Today’s OM environment is more global, more service oriented, and uses more information technology than that of even a few years ago. Companies can outsource steps of their operation easier. Now even service operations are outsourced off-shore. Information technology allows companies to cooperate more closely, creating tighter supply chains, quicker response and less waste. Specific features include greater outsourcing, greater use of information technology, and deeper cooperation in the supply chain.
In some types of organization it is relatively easy to visualize the operations function and what it does, even if we have never seen it. For example, most people have seen images of automobile assembly. But what about an advertising agency? We know vaguely what they do – they produce the advertisements that we see in magazines and on television – but what is their operations function? The clue lies in the word ‘produce’. Any business that produces something, whether tangible or not, must use resources to do so, and so must have an operations activity. Also the automobile plant and the advertising agency do have one important element in common: both have a higher objective – to make a profit from producing their products or services. Yet not-for-profit organizations also use their resources to produce services, not to make a profit, but to serve society in some way.
Operations management is just as important in small organizations as it is in large ones.
Irrespective of their size, all companies need to produce and deliver their products and services efficiently and effectively. However, in practice, managing operations in a small or medium-size organization has its own set of problems. Large companies may have the resources to dedicate individuals to specialized tasks but smaller companies often cannot, so people may have to do different jobs as the need arises. Such an informal structure can allow the company to respond quickly as opportunities or problems present themselves. But decision making can also become confused as individuals’ roles overlap. Small companies may have exactly the same operations management issues as large ones but they can be more difficult to separate from the mass of other issues in the organization.
Terms such as competitive advantage, markets and business, which are used in this book, are usually associated with companies in the for-profit sector. Yet operations management is also relevant to organizations whose purpose is not primarily to earn profits. Managing the operations in an animal welfare charity, hospital, research organization or government department is essentially the same as in commercial organizations. Operations have to take the same decisions – how to produce products and services, invest in technology, contract out some of their activities, devise performance measures, and improve their operations performance and so on.
However, the strategic objectives of not-for-profit organizations may be more complex and involve a mixture of political, economic, social and environmental objectives. Because of this there may be a greater chance of operations decisions being made under conditions of conflicting objectives. So, for example, it is the operations staff in a children’s welfare department who have to face the conflict between the cost of providing extra social workers and the risk of a child not receiving adequate protection.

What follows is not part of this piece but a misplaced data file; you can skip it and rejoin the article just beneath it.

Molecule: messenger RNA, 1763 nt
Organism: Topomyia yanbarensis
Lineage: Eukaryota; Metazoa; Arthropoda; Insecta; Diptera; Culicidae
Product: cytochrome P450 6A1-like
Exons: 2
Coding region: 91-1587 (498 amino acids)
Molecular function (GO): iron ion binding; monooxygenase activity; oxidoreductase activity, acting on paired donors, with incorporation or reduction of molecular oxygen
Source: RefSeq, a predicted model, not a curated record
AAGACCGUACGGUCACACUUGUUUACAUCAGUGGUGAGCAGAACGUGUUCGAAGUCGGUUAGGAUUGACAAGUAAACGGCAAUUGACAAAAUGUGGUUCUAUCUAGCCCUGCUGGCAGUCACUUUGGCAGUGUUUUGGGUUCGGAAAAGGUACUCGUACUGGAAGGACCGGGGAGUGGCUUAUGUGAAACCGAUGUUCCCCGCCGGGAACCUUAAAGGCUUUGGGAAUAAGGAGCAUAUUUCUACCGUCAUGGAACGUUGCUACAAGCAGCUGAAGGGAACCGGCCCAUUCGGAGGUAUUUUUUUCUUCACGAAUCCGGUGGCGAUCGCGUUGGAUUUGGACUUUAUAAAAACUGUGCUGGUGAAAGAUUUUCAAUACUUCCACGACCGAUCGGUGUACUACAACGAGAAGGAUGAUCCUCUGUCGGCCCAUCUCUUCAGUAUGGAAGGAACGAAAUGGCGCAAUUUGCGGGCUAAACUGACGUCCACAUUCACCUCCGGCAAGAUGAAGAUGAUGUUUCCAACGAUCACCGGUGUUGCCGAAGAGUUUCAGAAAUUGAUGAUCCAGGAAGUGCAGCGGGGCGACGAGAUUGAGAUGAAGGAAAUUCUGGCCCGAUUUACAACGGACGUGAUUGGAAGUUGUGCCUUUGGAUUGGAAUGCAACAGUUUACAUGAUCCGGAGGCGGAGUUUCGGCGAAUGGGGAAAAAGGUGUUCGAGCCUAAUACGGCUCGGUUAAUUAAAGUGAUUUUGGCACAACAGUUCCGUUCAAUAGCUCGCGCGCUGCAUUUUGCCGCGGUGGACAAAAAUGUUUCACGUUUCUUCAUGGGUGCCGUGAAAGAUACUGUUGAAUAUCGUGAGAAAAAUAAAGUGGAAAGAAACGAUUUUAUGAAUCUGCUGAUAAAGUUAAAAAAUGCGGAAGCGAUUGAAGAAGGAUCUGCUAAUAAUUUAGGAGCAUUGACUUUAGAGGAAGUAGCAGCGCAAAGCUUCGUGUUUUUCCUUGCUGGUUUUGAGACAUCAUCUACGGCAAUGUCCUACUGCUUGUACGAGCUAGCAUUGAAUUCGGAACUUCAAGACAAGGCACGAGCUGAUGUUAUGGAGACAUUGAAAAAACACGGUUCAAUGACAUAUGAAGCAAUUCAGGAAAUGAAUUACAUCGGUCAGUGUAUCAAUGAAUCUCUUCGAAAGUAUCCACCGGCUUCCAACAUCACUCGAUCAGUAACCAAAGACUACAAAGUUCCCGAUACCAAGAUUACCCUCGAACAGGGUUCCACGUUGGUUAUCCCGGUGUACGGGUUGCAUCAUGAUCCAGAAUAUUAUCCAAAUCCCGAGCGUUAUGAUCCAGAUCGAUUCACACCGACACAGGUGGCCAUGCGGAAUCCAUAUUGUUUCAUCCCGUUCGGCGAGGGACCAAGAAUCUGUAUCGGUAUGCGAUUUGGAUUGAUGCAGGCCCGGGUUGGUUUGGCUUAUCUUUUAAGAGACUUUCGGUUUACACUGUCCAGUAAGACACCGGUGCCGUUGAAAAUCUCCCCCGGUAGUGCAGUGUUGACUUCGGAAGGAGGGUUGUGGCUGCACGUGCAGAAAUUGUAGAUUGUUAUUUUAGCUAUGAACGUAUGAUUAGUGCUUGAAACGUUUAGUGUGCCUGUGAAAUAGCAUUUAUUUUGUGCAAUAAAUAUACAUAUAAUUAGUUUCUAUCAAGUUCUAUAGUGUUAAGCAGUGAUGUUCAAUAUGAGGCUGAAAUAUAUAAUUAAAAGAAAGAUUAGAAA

Nevertheless the vast majority of the topics covered in this book have relevance to all types of organization, including non-profit, even if the context is different and some terms may have to be adapted.
All operations produce products and services by changing inputs into outputs using an ‘input-transformation-output’ process. Put simply, operations are processes that take in a set of input resources which are used to transform something, or are transformed themselves, into outputs of products and services. And although all operations conform to this general input–transformation–output model, they differ in the nature of their specific inputs and outputs. For example, if you stand far enough away from a hospital or a car plant, they might look very similar, but move closer and clear differences do start to emerge. One is a manufacturing operation producing ‘products’, and the other is a service operation producing ‘services’ that change the physiological or psychological condition of patients.
So far we have discussed operations management, and the input–transformation–output model, at the level of ‘the operation’. For example, we have described ‘the whistle factory’, ‘the sandwich shop’, ‘the disaster relief operation’, and so on. But look inside any of these operations. One will see that all operations consist of a collection of processes (though these processes may be called ‘units’ or ‘departments’) interconnecting with each other to form a network. Each process acts as a smaller version of the whole operation of which it forms a part, and transformed resources flow between them. In fact within any operation, the mechanisms that actually transform inputs into outputs are these processes. A process is ‘an arrangement of resources that produce some mixture of products and services’. They are the ‘building blocks’ of all operations, and they form an ‘internal network’ within an operation.
Each process is, at the same time, an internal supplier and an internal customer for other processes. This ‘internal customer’ concept provides a model to analyse the internal activities of an operation. It is also a useful reminder that, by treating internal customers with the same degree of care as external customers, the effectiveness of the whole operation can be improved.